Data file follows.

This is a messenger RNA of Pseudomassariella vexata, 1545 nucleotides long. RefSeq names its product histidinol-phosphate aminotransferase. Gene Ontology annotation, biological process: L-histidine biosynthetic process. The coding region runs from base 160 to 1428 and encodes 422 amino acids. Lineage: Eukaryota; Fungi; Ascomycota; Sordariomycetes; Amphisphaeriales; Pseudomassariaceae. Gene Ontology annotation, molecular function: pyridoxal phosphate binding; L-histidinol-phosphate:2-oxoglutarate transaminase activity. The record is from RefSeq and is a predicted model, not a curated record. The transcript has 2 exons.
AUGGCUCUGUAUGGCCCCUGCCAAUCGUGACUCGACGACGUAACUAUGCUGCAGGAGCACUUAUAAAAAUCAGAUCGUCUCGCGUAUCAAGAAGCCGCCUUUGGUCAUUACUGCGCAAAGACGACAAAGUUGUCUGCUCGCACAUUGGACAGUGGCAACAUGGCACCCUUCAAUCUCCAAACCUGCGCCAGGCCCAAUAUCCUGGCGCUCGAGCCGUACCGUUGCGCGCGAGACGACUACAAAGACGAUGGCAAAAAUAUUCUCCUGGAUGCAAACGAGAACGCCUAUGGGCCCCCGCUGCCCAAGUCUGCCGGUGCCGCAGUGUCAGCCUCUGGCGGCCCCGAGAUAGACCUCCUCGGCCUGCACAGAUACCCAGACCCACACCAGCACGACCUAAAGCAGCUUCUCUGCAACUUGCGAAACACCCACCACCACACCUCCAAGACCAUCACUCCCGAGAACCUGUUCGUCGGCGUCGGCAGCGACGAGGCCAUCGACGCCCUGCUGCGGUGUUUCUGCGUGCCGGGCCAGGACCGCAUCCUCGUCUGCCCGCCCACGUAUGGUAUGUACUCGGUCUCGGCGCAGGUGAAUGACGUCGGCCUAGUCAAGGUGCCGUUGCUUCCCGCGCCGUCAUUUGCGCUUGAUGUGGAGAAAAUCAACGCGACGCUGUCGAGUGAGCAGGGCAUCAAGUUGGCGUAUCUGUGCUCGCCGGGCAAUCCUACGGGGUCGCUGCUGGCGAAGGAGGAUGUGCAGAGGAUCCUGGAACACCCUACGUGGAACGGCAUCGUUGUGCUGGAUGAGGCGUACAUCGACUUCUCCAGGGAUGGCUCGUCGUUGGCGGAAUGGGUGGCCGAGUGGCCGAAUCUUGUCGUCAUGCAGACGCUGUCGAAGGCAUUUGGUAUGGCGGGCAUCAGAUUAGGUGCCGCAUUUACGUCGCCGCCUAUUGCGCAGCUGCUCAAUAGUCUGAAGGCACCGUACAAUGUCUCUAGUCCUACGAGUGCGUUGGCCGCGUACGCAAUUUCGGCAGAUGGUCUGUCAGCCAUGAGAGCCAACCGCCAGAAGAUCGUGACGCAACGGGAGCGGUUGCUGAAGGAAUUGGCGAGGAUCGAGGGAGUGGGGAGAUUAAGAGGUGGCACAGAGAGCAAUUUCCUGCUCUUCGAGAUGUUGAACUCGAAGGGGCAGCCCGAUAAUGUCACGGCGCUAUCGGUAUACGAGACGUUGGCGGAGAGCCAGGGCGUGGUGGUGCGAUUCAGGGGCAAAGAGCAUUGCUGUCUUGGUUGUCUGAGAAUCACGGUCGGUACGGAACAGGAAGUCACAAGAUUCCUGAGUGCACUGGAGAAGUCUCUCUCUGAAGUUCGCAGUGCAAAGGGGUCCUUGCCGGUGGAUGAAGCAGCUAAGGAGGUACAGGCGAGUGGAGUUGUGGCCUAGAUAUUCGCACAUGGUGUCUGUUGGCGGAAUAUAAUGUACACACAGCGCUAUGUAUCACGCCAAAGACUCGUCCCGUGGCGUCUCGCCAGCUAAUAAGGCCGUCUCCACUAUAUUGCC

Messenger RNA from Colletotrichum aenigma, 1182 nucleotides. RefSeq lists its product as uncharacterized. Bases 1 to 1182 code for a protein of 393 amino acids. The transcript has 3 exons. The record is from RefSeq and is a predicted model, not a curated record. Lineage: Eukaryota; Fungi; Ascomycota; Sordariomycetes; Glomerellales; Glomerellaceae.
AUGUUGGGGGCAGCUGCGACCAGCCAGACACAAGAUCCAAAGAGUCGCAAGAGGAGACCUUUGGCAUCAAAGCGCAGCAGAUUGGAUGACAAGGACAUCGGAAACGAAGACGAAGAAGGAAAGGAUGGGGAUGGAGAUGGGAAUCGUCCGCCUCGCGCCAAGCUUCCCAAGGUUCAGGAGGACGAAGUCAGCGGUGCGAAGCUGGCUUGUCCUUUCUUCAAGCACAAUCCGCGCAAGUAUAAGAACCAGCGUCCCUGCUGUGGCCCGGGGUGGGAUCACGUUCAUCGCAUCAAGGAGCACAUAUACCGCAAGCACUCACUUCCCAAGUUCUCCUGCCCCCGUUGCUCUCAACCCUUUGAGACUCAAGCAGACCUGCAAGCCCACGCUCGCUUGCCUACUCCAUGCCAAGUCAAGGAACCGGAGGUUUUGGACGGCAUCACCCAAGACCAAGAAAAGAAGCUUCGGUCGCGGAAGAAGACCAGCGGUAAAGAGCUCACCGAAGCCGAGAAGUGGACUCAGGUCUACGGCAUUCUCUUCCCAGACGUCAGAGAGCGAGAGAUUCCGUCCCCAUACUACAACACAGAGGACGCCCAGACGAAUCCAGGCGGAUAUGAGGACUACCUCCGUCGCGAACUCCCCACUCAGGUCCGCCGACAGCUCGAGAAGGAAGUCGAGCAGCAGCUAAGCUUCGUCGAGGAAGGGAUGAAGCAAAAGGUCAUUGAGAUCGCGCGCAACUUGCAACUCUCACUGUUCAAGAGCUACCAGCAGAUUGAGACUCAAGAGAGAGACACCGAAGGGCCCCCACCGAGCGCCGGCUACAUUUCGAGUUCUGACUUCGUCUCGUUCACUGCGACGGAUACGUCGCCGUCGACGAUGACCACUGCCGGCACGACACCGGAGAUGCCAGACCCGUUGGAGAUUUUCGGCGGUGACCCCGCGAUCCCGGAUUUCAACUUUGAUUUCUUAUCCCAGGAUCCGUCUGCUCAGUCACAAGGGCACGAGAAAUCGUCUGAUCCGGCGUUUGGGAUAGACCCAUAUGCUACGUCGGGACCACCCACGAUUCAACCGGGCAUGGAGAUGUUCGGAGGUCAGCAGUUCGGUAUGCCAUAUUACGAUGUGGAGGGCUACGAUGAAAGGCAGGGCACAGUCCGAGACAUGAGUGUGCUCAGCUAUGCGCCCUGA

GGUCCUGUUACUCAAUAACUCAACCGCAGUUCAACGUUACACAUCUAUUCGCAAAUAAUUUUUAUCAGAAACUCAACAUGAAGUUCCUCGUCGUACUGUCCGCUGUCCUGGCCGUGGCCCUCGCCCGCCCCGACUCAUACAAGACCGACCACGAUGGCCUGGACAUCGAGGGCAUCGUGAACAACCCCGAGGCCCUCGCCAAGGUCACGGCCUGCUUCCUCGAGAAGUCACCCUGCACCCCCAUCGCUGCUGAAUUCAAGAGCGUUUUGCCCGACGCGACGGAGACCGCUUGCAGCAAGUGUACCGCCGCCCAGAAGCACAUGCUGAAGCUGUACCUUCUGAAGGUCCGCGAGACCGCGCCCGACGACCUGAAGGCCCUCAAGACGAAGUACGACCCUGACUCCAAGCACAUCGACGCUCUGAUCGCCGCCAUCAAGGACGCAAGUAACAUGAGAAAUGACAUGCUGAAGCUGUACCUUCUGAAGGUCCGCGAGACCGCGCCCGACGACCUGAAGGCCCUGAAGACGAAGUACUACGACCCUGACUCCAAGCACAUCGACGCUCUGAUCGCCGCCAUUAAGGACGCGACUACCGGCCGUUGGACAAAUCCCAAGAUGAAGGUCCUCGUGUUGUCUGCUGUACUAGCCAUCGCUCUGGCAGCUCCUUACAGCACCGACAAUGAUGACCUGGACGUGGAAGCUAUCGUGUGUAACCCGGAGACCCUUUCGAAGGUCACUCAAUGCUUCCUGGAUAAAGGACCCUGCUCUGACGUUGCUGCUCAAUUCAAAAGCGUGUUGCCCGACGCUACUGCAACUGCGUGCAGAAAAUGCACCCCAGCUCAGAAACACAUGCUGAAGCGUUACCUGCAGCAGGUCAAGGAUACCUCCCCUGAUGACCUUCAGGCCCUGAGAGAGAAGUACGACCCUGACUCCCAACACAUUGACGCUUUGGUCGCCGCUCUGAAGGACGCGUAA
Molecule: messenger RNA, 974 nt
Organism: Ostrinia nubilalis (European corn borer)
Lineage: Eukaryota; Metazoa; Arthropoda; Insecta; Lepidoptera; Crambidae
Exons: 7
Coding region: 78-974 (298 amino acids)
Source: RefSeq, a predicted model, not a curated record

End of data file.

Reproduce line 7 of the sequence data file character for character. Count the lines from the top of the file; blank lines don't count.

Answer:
Organism: Ostrinia nubilalis (European corn borer)